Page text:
The 7 CIS controls you should implement first

The CIS Critical Security Controls list (formerly the SANS Top 20 controls) has been the gold standard for security defense advice. These are the tasks you should do first.

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Implementing security controls has long been used to mitigate risk? However not all security controls are created equal. To help prioritize the most critical security controls, sources have emerged. Easily the most notable are the 18 Critical Security Controls from CIS, which formerly was the SANS Top 20. While all 18 of the listed CIS critical controls are indeed just that, organizations realistically operate with limited time, resources and attention. For that reason, here are the seven CIS Critical Controls you should implement first.

CIS Controls 1 & 2: Inventory and Control of Enterprise and Software Assets

Yes, we cheated a bit by merging two controls, but they are closely related and highly relevant. CIS Control 1 is Inventory and Control of Enterprise Assets and CIS Control 2 is Inventory and Control of Software Assets. While on the surface these two seem the most straightforward, asset inventory has remained among the top-ranked critical controls for years due to the reality that it is not always easy yet absolutely critical.

Organizations these days have myriad assets with connectivity to enterprise resources and data and it is only increasing with the push for IoT, BYOD and more connected devices. These devices and assets all pose a risk to the enterprise since attackers can use them to introduce malicious software, exfiltrate sensitive data or introduce a slew of other risks.

CIS Control 2 is undeniably critical in today’s IT enterprise environments. With the push toward software-defined everything, largely driven by the growth of cloud computing, enterprise assets are inevitably becoming intertwined as software.

Assets aside, organizations are consuming large amounts of software, whether from proprietary software vendors and increasingly from open-source software maintainers and creators. This is great in the sense that it is driving a diverse ecosystem of modular and flexible software development, but the major drawback is an ever increasingly complex software supply chain.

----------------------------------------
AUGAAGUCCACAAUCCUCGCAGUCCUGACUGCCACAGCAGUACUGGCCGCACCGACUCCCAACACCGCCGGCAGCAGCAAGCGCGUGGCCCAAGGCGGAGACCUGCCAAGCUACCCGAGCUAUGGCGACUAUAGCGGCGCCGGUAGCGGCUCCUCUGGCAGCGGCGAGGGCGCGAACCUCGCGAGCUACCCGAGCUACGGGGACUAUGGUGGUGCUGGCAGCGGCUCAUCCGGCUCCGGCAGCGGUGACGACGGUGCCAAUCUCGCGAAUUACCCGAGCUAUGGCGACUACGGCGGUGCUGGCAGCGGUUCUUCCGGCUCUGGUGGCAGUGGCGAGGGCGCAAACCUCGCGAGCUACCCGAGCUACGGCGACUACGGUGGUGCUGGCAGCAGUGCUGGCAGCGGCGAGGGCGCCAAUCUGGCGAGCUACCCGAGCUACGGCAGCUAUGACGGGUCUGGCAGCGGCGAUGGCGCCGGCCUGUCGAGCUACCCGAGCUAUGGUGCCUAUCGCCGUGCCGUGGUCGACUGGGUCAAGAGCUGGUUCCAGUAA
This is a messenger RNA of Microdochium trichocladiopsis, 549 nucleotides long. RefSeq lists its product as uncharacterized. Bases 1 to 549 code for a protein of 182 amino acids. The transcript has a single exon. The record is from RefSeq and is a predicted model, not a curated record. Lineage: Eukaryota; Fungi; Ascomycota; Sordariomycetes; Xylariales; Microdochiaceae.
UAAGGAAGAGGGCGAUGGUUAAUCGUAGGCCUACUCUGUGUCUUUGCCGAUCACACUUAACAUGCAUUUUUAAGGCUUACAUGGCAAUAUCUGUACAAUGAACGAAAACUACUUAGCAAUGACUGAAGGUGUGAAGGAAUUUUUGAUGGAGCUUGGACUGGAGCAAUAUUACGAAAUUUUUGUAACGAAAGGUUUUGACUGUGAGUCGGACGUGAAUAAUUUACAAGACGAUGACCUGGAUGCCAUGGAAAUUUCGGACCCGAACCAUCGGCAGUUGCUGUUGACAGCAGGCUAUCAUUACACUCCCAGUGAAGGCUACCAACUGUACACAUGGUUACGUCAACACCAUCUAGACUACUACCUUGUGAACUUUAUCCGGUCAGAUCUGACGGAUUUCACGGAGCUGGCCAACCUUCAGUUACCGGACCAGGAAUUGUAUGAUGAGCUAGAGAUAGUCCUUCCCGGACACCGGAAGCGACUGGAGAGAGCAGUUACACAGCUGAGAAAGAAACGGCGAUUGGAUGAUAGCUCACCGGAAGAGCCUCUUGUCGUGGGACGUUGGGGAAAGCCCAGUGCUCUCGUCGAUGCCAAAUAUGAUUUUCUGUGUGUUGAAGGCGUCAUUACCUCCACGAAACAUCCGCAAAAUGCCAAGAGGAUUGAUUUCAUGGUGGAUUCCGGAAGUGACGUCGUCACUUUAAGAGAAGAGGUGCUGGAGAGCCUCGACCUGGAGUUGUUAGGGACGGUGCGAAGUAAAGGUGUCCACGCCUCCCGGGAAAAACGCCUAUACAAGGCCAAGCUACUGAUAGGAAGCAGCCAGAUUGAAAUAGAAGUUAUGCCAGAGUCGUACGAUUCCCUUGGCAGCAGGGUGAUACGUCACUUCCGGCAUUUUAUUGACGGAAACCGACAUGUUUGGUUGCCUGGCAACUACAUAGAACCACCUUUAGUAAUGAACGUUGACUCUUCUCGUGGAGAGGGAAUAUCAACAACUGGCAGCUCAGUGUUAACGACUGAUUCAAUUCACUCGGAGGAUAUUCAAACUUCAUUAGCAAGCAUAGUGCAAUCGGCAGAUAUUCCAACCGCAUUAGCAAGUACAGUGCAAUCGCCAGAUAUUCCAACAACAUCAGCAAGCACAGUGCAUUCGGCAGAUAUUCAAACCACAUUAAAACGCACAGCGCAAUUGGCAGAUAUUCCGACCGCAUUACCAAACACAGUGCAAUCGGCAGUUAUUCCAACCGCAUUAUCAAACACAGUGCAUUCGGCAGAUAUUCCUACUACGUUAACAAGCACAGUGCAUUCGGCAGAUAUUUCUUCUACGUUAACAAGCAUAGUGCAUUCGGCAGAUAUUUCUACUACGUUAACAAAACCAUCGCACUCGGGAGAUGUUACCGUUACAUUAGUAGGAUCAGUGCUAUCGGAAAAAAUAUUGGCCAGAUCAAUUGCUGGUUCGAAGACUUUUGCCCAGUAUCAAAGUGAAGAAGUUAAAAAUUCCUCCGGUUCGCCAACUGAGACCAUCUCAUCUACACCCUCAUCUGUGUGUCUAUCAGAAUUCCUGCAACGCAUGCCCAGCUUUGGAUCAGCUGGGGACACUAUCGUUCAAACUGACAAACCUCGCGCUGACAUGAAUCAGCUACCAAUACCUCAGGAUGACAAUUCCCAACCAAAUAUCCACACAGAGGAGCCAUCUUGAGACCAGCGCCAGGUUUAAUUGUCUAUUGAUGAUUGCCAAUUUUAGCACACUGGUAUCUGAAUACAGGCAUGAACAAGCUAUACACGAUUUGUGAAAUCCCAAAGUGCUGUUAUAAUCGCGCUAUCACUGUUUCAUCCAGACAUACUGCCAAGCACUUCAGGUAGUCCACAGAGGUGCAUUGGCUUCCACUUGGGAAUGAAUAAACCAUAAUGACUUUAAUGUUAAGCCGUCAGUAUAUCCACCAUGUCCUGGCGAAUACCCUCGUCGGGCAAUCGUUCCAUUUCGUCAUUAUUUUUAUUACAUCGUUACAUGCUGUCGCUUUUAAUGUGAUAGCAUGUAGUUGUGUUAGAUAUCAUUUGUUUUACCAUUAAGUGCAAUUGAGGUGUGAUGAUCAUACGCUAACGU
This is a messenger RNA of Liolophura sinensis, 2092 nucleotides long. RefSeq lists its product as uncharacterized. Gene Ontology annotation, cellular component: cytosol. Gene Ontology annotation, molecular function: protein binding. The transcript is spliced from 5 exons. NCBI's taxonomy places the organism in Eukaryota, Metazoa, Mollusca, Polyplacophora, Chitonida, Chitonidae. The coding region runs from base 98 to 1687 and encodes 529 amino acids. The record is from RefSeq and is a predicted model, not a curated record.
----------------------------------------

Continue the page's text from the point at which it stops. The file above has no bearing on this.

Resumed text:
As we saw with SolarWinds and now Log4j, both proprietary and open-source software components (and the pipelines they feed through) can introduce tremendous risk to enterprise systems with a cascading effect across the supply chain, and if you don’t have an accurate inventory of software running in your systems, you’re left both blind to the risk you currently face and helpless in terms of prioritizing specific systems for remediation or triage. Efforts such as the software bill of materials (SBOM) are gaining more traction due to this reality. Building on the BOM concept is also the need to have attestations, to verify the quality of a software artifact, independently of the producer of the software, such as proposed by TestifySec.

CIS Control 3: Data Protection 

In the modern security paradigm with a push for data-centric security, being championed by zero trust, it would be hard to not put data protection at the top of the list. There’s no denying that we’re in a digitally driven economy, with all organizations essentially being technology companies, especially if they want to stay relevant. At the center of that shift is the lifeblood of it all, data. It is what helps business value for your organization and it is ultimately what the adversaries are after. This is why it is critical to have a plan to identify, classify, securely handle, retain, and dispose of data, just as the control advocates for. 

CIS Control 6: Access Control Management